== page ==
Black Christmas


‘…the fresh attitude dissolves into idiocy before the closing credits…’

Popping up on Netflix, Black Christmas brings back a few memories; was this Bob Clark’s influential and traditionally nasty 1974 shocker which paved the way for Halloween and umpteen serial-killers vs student movies, or was it the lousy 2006 remake? As it happens, it’s neither; this is a 2019 Blumhouse reboot with a female writer and director Sophia Takal, plus a revisionist Get Out take on the genre. As a horror film, it’s not too bad at all, even if the fresh attitude dissolves into idiocy before the closing credits.

The first hour, at least, shows genuine promise, with references to Camille Paglia via a lecture delivered by obvious baddie Cary Elwes, and a direct reference to the ongoing Brett Kavanagh/Supreme Court nomination scandal. Imogen Poots plays Riley Stone, who we meet after she’s survived an on-campus date-rape ordeal. Riley’s supportive sisters plan a MeToo prank on a masculine frat-house, preparing a cabaret song that exposes the rape-culture they despise. A video of their performance goes viral, and when a hooded figure starts murdering the girls for revenge, Riley is forced to fight back with physical weapons, only to find that their adversary is not a singular one…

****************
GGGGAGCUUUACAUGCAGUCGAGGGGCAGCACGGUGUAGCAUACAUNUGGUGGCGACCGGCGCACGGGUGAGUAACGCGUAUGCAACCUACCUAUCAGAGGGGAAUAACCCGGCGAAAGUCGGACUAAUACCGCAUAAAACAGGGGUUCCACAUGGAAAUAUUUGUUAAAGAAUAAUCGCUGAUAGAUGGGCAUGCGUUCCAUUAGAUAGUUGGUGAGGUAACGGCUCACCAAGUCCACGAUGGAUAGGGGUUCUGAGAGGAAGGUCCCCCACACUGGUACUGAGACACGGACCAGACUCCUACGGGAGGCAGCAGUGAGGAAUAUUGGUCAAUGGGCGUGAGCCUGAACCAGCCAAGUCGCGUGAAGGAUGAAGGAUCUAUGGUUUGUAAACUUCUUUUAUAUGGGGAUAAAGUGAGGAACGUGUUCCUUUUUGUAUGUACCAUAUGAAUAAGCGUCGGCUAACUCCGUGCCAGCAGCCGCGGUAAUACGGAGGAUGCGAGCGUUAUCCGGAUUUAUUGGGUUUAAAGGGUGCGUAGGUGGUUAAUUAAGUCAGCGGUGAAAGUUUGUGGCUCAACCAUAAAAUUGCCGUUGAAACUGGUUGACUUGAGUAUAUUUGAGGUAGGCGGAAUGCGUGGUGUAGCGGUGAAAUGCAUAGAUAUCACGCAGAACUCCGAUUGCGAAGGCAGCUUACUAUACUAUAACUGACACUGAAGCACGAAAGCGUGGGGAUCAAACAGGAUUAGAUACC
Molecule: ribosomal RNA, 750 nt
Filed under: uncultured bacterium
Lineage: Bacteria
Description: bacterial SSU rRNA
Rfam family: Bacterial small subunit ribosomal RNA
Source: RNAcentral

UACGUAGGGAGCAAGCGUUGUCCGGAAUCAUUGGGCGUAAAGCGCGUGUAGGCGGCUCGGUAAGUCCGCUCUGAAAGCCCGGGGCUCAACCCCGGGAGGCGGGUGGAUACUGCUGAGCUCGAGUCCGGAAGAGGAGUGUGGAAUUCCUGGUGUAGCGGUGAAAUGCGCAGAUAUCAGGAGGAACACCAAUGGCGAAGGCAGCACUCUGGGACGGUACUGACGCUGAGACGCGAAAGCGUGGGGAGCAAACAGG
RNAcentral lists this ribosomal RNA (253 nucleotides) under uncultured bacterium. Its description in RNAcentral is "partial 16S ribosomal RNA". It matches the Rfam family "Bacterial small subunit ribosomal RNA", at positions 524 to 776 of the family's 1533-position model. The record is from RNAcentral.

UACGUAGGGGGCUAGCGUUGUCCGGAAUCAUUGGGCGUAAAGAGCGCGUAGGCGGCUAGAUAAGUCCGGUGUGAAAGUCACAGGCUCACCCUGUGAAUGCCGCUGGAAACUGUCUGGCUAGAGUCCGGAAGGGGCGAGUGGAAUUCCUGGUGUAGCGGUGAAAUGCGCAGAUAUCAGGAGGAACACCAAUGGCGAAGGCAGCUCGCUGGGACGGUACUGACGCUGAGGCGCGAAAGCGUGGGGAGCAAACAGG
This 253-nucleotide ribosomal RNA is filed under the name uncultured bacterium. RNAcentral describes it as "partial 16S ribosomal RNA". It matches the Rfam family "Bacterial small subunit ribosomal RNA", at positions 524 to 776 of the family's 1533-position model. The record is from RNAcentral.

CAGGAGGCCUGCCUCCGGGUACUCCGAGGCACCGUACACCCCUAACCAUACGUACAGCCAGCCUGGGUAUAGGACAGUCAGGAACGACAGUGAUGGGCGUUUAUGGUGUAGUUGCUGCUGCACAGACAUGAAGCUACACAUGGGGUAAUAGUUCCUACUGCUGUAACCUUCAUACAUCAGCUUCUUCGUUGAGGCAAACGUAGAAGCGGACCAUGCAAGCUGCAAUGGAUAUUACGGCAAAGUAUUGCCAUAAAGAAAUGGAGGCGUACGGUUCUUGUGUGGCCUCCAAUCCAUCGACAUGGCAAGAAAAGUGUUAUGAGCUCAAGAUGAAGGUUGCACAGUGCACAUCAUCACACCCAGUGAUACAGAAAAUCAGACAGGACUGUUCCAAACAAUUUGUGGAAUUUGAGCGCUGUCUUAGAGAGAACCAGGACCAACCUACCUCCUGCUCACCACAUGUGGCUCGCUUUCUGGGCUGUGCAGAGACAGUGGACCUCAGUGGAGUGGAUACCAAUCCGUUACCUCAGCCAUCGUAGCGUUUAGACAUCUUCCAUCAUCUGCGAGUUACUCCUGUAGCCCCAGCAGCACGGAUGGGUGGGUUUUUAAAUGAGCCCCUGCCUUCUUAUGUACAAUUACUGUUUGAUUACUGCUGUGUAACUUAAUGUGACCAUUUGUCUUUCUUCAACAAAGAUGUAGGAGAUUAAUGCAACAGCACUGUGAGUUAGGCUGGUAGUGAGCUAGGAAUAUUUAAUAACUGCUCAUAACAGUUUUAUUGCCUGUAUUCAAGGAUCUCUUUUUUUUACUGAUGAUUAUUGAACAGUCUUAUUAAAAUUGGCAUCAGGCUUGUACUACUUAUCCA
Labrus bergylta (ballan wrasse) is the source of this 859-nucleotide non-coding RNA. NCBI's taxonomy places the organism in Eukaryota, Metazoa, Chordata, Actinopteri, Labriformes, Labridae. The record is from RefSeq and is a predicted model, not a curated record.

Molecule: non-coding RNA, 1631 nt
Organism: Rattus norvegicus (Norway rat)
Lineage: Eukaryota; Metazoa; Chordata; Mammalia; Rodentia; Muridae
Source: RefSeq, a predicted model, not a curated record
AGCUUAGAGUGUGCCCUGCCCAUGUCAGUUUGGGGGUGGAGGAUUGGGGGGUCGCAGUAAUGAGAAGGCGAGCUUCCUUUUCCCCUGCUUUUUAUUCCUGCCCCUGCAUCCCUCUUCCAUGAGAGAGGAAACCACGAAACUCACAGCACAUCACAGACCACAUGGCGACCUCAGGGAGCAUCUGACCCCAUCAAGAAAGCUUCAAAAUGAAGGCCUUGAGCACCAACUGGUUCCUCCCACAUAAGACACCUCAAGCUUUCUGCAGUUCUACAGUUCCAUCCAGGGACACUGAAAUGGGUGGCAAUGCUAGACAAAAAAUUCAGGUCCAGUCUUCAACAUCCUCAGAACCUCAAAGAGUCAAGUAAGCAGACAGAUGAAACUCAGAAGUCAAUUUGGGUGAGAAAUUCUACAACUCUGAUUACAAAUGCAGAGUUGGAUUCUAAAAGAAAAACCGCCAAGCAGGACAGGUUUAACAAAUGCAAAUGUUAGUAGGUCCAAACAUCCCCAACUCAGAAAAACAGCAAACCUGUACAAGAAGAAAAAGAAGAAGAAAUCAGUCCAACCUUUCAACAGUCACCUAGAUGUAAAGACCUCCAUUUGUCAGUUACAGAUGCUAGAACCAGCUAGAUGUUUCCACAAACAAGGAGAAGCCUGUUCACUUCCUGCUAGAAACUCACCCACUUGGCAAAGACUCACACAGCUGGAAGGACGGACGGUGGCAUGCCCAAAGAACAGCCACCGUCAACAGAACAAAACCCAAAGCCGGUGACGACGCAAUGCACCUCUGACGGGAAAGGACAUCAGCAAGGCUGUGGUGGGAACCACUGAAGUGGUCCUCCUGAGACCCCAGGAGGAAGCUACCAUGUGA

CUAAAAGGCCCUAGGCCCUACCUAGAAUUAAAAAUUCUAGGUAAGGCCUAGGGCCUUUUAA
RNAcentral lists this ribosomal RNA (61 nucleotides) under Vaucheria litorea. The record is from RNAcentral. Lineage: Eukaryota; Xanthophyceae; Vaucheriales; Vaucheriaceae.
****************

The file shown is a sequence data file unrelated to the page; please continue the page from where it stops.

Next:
And that’s when the 2019 Black Christmas comes off the rails; there’s literally dozens of killers, and a supernatural explanation that’s far too literal; the boys derive their super-powers from the college founder, quite literally feeding on a black goo that emanates from his recently removed statue. While referencing several hot topics at once, this leads to a ridiculous boys vs girls Battle Royale finale which just doesn’t feel like a Black Christmas film; it makes little sense that the inexperienced girls have a shot at defeating the super-charged, super-natural figures they’re up against.

Most slasher movies are deeply misogynist at heart; they feast on the vulnerability of women, and that’s presumably why this update was made at all, to redress the balance. Poots is a strong heroine, and her understandable, justified anxiety about men is well-conveyed in the film’s early scenes. And while Takal deserves credit for keeping the gore to a minimum, Black Christmas eventually degenerates into some well hokey action. Re-inventing the genre tropes proves too much of a switch; this film would be better seen outside of the franchise, since it really doesn’t reflect the themes of the preceding films at all.


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